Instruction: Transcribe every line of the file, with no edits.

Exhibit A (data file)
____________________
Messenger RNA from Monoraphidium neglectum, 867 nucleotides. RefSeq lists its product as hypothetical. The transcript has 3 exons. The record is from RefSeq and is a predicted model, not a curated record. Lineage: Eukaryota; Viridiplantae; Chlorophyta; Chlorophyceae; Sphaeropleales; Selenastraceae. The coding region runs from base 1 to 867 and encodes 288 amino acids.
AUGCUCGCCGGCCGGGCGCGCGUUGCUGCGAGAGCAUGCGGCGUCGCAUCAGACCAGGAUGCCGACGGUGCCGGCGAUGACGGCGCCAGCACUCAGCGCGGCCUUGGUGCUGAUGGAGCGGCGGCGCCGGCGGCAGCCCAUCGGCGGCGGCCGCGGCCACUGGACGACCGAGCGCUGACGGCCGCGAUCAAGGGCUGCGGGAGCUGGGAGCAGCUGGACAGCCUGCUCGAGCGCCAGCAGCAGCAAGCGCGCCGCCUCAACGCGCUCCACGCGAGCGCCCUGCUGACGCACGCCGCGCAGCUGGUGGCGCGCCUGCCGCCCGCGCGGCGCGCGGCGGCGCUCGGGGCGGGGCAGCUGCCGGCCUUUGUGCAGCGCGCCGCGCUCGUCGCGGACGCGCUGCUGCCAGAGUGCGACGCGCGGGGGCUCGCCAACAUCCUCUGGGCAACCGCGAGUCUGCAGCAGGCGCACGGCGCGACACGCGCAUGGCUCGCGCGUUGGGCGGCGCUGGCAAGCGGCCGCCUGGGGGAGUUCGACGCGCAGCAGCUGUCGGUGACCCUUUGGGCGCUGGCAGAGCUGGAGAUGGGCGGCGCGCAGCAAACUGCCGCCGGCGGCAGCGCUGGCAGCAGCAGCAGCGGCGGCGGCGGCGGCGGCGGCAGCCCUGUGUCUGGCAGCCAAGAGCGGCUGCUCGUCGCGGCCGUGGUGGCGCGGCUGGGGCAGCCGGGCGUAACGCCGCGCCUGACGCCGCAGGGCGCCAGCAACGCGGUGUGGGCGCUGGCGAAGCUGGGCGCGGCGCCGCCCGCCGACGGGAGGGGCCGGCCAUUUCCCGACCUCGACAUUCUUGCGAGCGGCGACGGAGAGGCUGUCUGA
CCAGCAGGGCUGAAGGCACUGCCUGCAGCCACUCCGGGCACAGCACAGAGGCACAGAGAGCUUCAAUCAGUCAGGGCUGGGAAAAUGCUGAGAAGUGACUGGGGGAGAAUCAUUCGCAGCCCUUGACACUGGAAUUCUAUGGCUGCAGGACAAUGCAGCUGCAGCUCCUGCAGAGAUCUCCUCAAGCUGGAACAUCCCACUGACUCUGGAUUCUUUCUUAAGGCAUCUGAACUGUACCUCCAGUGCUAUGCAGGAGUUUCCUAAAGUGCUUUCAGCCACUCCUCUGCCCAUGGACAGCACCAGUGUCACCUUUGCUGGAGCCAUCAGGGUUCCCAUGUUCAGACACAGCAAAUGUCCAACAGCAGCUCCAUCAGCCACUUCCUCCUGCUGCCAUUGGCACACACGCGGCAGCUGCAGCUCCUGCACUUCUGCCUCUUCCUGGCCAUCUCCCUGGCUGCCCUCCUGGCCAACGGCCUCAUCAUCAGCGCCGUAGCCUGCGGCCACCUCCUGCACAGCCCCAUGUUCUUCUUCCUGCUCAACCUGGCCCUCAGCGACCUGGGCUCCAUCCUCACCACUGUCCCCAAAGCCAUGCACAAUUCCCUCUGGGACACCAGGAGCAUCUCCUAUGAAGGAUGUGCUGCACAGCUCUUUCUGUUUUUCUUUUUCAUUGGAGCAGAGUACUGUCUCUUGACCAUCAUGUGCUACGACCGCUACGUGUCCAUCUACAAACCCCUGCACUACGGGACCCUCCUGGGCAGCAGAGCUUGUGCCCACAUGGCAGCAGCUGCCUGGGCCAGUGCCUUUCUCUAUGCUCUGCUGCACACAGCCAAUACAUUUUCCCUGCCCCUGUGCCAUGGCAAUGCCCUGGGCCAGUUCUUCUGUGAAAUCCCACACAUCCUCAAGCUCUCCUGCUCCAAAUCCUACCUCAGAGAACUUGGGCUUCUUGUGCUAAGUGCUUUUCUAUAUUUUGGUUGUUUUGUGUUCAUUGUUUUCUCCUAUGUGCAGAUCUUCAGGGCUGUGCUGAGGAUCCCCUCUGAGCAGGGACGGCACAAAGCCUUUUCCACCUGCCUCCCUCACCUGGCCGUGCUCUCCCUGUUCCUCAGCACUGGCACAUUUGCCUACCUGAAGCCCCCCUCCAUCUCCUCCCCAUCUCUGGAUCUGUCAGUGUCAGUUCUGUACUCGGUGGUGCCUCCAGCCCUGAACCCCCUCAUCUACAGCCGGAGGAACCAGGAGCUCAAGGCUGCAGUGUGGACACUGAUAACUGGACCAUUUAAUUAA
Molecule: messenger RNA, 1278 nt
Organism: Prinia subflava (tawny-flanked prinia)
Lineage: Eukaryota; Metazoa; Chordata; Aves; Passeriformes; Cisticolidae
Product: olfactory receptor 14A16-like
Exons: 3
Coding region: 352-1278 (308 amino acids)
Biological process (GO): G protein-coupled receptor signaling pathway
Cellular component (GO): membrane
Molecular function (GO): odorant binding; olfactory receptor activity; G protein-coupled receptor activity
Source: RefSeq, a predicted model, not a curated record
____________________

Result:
Messenger RNA from Monoraphidium neglectum, 867 nucleotides. RefSeq lists its product as hypothetical. The transcript has 3 exons. The record is from RefSeq and is a predicted model, not a curated record. Lineage: Eukaryota; Viridiplantae; Chlorophyta; Chlorophyceae; Sphaeropleales; Selenastraceae. The coding region runs from base 1 to 867 and encodes 288 amino acids.
AUGCUCGCCGGCCGGGCGCGCGUUGCUGCGAGAGCAUGCGGCGUCGCAUCAGACCAGGAUGCCGACGGUGCCGGCGAUGACGGCGCCAGCACUCAGCGCGGCCUUGGUGCUGAUGGAGCGGCGGCGCCGGCGGCAGCCCAUCGGCGGCGGCCGCGGCCACUGGACGACCGAGCGCUGACGGCCGCGAUCAAGGGCUGCGGGAGCUGGGAGCAGCUGGACAGCCUGCUCGAGCGCCAGCAGCAGCAAGCGCGCCGCCUCAACGCGCUCCACGCGAGCGCCCUGCUGACGCACGCCGCGCAGCUGGUGGCGCGCCUGCCGCCCGCGCGGCGCGCGGCGGCGCUCGGGGCGGGGCAGCUGCCGGCCUUUGUGCAGCGCGCCGCGCUCGUCGCGGACGCGCUGCUGCCAGAGUGCGACGCGCGGGGGCUCGCCAACAUCCUCUGGGCAACCGCGAGUCUGCAGCAGGCGCACGGCGCGACACGCGCAUGGCUCGCGCGUUGGGCGGCGCUGGCAAGCGGCCGCCUGGGGGAGUUCGACGCGCAGCAGCUGUCGGUGACCCUUUGGGCGCUGGCAGAGCUGGAGAUGGGCGGCGCGCAGCAAACUGCCGCCGGCGGCAGCGCUGGCAGCAGCAGCAGCGGCGGCGGCGGCGGCGGCGGCAGCCCUGUGUCUGGCAGCCAAGAGCGGCUGCUCGUCGCGGCCGUGGUGGCGCGGCUGGGGCAGCCGGGCGUAACGCCGCGCCUGACGCCGCAGGGCGCCAGCAACGCGGUGUGGGCGCUGGCGAAGCUGGGCGCGGCGCCGCCCGCCGACGGGAGGGGCCGGCCAUUUCCCGACCUCGACAUUCUUGCGAGCGGCGACGGAGAGGCUGUCUGA
CCAGCAGGGCUGAAGGCACUGCCUGCAGCCACUCCGGGCACAGCACAGAGGCACAGAGAGCUUCAAUCAGUCAGGGCUGGGAAAAUGCUGAGAAGUGACUGGGGGAGAAUCAUUCGCAGCCCUUGACACUGGAAUUCUAUGGCUGCAGGACAAUGCAGCUGCAGCUCCUGCAGAGAUCUCCUCAAGCUGGAACAUCCCACUGACUCUGGAUUCUUUCUUAAGGCAUCUGAACUGUACCUCCAGUGCUAUGCAGGAGUUUCCUAAAGUGCUUUCAGCCACUCCUCUGCCCAUGGACAGCACCAGUGUCACCUUUGCUGGAGCCAUCAGGGUUCCCAUGUUCAGACACAGCAAAUGUCCAACAGCAGCUCCAUCAGCCACUUCCUCCUGCUGCCAUUGGCACACACGCGGCAGCUGCAGCUCCUGCACUUCUGCCUCUUCCUGGCCAUCUCCCUGGCUGCCCUCCUGGCCAACGGCCUCAUCAUCAGCGCCGUAGCCUGCGGCCACCUCCUGCACAGCCCCAUGUUCUUCUUCCUGCUCAACCUGGCCCUCAGCGACCUGGGCUCCAUCCUCACCACUGUCCCCAAAGCCAUGCACAAUUCCCUCUGGGACACCAGGAGCAUCUCCUAUGAAGGAUGUGCUGCACAGCUCUUUCUGUUUUUCUUUUUCAUUGGAGCAGAGUACUGUCUCUUGACCAUCAUGUGCUACGACCGCUACGUGUCCAUCUACAAACCCCUGCACUACGGGACCCUCCUGGGCAGCAGAGCUUGUGCCCACAUGGCAGCAGCUGCCUGGGCCAGUGCCUUUCUCUAUGCUCUGCUGCACACAGCCAAUACAUUUUCCCUGCCCCUGUGCCAUGGCAAUGCCCUGGGCCAGUUCUUCUGUGAAAUCCCACACAUCCUCAAGCUCUCCUGCUCCAAAUCCUACCUCAGAGAACUUGGGCUUCUUGUGCUAAGUGCUUUUCUAUAUUUUGGUUGUUUUGUGUUCAUUGUUUUCUCCUAUGUGCAGAUCUUCAGGGCUGUGCUGAGGAUCCCCUCUGAGCAGGGACGGCACAAAGCCUUUUCCACCUGCCUCCCUCACCUGGCCGUGCUCUCCCUGUUCCUCAGCACUGGCACAUUUGCCUACCUGAAGCCCCCCUCCAUCUCCUCCCCAUCUCUGGAUCUGUCAGUGUCAGUUCUGUACUCGGUGGUGCCUCCAGCCCUGAACCCCCUCAUCUACAGCCGGAGGAACCAGGAGCUCAAGGCUGCAGUGUGGACACUGAUAACUGGACCAUUUAAUUAA
Molecule: messenger RNA, 1278 nt
Organism: Prinia subflava (tawny-flanked prinia)
Lineage: Eukaryota; Metazoa; Chordata; Aves; Passeriformes; Cisticolidae
Product: olfactory receptor 14A16-like
Exons: 3
Coding region: 352-1278 (308 amino acids)
Biological process (GO): G protein-coupled receptor signaling pathway
Cellular component (GO): membrane
Molecular function (GO): odorant binding; olfactory receptor activity; G protein-coupled receptor activity
Source: RefSeq, a predicted model, not a curated record